The Kinzua Bridge

Once the highest and longest viaduct in the world, the Kinzua Bridge in McKean County was built in 1882 for the New York, Lake Erie & Western Railroad. Designed to carry heavy railroad cars filled with coal, lumber and oil across the deep Kinzua Creek gorge, the bridge was created from more than 3 million pounds of wrought iron by the Phoenix Bridge Co., a subsidiary of the Phoenix Iron Co....
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From the Executive Director

For almost six years it has been my privilege and honor to serve as the executive director of the Pennsylvania Historical & Museum Commission (PHMC). This July I will complete my 50th year of public service as an educator, historian, museum director and preservationist. I can think of no better way to spend a life than in promoting and protecting America’s history and culture. It is very...
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Mount Gretna’s Spirit Lives On

Mount Gretna in Lebanon County is an enduring gem of a historic village that offers visitors a rare opportunity to experience an unembellished, Victorian-era lifestyle that shuffles on in similar fashion today. Cloistered within a 16-mile slice of forested rocky hills surrounded by a patchwork expanse of farmland between Lancaster and Hershey, Mount Gretna came to life in 1892 as a village (now...
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A Tragic Day in Echo: The Southern Cambria Railway Trolley Accident

There are few hot days during the summer in Johnstown, Cambria County, but this day, Saturday, August 12, 1916, would be one of them. It was a good time to live in this bustling mill town nestled in the foothills of the Allegheny Mountains. Newspapers were reporting appalling numbers of soldiers killed and wounded in the Battle of the Somme, an ocean away, but the war was not yet a local...
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Historic Districts in Pennsylvania: An Evolving Sense of Place

Jim Thorpe, originally named Mauch Chunk, is a small and picturesque borough of well-preserved 19th-century buildings perched on the side of a mountain along the Lehigh River in Carbon County. It once served as an important railroad and coal shipping center. As these industries waned in the 20th century, the town sought new economic purpose by marketing its scenic appeal as the “Switzerland of...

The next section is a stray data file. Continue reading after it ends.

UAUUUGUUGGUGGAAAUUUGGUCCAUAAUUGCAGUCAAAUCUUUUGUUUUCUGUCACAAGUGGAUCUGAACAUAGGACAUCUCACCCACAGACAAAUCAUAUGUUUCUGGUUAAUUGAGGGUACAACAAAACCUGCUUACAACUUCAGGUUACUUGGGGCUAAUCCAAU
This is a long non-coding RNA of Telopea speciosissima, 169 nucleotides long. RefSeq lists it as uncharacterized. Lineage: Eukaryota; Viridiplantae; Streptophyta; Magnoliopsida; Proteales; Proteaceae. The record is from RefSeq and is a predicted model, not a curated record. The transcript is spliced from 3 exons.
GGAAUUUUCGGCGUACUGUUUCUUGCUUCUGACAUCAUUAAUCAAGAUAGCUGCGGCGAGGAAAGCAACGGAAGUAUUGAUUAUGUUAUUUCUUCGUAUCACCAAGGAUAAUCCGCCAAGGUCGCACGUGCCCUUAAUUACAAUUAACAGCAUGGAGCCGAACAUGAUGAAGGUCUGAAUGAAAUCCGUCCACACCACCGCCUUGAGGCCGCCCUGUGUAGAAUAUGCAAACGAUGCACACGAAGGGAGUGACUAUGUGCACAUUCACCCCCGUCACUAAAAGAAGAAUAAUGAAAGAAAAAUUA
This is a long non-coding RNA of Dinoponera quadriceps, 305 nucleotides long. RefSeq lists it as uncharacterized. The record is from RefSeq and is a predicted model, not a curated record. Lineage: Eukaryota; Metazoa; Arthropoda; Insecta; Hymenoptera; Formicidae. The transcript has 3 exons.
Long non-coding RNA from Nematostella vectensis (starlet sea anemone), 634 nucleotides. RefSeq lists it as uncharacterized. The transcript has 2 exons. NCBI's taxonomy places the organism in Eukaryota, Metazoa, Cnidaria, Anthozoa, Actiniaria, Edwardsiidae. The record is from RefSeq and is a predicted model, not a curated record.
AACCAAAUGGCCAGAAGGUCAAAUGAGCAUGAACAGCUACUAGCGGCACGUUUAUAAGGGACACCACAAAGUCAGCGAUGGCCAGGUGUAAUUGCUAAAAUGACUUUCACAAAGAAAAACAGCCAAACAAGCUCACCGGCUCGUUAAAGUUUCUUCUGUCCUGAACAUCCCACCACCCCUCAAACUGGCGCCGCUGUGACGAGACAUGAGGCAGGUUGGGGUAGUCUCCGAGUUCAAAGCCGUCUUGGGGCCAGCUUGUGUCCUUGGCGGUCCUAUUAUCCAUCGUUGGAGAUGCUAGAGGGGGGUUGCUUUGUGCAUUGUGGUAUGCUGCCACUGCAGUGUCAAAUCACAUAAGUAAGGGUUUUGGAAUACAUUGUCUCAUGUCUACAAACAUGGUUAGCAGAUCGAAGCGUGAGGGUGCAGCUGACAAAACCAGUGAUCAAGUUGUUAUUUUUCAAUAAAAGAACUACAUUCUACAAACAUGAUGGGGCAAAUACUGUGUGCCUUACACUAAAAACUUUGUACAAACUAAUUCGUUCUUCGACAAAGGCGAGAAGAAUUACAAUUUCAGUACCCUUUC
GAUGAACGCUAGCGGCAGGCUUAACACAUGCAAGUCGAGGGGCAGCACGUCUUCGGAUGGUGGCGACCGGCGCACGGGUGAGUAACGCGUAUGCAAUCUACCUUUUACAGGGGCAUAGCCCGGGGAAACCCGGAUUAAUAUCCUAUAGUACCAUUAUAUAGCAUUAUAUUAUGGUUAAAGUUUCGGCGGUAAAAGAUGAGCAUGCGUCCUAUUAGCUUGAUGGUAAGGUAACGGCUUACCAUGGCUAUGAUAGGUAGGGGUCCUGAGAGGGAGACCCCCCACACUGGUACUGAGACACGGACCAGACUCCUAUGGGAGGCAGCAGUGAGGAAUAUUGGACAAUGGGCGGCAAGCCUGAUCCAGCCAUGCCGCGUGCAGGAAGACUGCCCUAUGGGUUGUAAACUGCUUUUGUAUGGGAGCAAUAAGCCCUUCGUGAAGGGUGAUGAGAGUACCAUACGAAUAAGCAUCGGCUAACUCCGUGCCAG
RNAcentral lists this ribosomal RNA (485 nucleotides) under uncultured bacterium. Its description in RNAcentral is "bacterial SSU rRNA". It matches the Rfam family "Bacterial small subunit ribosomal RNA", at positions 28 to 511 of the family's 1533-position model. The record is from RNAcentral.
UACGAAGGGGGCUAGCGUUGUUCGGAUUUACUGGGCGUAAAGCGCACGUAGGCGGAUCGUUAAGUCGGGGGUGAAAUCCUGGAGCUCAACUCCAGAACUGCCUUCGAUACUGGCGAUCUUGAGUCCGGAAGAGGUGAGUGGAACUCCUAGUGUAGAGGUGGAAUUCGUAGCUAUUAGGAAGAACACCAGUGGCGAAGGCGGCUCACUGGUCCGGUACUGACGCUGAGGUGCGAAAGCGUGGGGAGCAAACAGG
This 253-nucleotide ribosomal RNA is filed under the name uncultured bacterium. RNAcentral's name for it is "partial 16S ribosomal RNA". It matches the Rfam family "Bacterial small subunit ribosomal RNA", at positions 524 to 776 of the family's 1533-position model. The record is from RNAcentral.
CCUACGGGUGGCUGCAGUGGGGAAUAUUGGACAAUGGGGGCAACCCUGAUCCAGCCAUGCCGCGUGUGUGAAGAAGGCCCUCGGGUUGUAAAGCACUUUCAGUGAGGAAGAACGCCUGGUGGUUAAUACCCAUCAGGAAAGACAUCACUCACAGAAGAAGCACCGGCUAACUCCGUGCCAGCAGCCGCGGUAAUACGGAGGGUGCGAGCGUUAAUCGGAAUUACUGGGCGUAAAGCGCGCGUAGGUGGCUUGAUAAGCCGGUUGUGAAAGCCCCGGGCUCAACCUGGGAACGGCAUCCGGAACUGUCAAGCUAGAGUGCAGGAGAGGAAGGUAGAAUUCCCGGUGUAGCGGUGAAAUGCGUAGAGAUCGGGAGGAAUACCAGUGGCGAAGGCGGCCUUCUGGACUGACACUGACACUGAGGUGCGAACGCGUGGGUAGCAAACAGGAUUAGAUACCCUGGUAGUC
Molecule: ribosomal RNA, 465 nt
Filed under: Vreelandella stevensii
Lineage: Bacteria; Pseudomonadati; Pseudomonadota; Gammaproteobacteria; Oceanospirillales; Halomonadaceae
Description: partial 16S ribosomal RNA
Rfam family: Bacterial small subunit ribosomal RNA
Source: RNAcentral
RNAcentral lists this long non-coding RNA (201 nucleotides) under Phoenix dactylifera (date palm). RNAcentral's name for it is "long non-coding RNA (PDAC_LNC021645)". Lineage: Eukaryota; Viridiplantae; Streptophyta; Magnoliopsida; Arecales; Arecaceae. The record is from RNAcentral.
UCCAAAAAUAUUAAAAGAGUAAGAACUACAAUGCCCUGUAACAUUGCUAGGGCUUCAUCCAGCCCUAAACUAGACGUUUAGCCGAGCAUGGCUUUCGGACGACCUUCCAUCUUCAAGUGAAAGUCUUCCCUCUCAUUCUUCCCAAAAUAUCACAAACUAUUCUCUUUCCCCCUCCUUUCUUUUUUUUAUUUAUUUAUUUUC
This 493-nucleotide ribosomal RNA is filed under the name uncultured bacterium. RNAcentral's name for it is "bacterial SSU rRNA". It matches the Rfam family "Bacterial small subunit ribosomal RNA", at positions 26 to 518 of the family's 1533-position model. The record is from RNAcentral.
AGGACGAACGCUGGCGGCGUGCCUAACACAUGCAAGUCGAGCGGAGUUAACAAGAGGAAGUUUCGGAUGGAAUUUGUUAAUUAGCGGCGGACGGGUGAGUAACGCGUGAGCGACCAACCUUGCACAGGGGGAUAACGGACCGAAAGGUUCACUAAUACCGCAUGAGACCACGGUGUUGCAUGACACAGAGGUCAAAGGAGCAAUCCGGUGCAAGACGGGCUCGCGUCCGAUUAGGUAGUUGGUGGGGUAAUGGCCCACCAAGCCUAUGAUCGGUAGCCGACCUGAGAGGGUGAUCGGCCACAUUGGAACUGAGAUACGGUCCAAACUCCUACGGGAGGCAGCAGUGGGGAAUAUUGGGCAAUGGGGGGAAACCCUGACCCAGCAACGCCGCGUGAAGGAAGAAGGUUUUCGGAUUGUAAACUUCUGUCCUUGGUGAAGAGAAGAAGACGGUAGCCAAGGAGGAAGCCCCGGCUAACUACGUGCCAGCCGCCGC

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The Lindbergh Engine: Racing through Time with Pennsylvania Railroad Locomotive No. 460

Sometimes an artifact can convey tremendous information simply by its presence. That is certainly the case with Pennsylvania Railroad Locomotive No. 460, housed at the Railroad Museum of Pennsylvania in Strasburg, Lancaster County. Even without a label to read or any other type of interpretation to take in, a visitor will instantly comprehend the power the 243,000-pound steam locomotive is...
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The Pennsylvania Turnpike, From Tollbooths to Tunnels: Rediscovering America’s First Superhighway at 75

Few Pennsylvania-born celebrities have made the kind of splash that the Pennsylvania Turnpike did when it first arrived on the scene in October 1940. Its 160 miles of limited-access, four-lane paved highway across the Alleghenies were hailed as America’s answer to the Autobahn, Germany’s highly regarded network of high-speed “super roads.” After the war, as the United States’ population expanded...
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Lebanon County: Small in Size – Rich in Heritage

Lebanon County is located in the southeastern portion of the Commonwealth of Pennsylvania in the center of the beautiful Lebanon Valley, which is formed by the Blue Ridge of the Kittatinny range of mountains to the north and the South Mountains, or Furnace Hills, to the south. Covering an area of 363 square miles, the county is inhabited by ap­proximately 100,000 people. Between the shale...
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Warren County: Gem of the Alleghenies

“To the south … an expanse of arable land upon the gentle slope from the volley to the distant heights, dotted with green fields, waving grain, fruitful orchards and farm buildings with ever and anon an oasis of growing timber, remnants of the dense growth of stately pine and hemlock that formerly forested the region, present an alluring scene of beauty and grandeur, excelling...
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Tioga County: A Last Frontier

Fallbrook, Hoytville, Landrus and Leetonia are names that evoke memories of the past for some Tiogans, while for others, build­ings or a place on a map serve as re­minders of what has been. These names are evidence of the establish­ment, growth and demise of economic centers – coal mines, lumber mills and tanneries – important in Tioga County’s past. Today, these enterprises...
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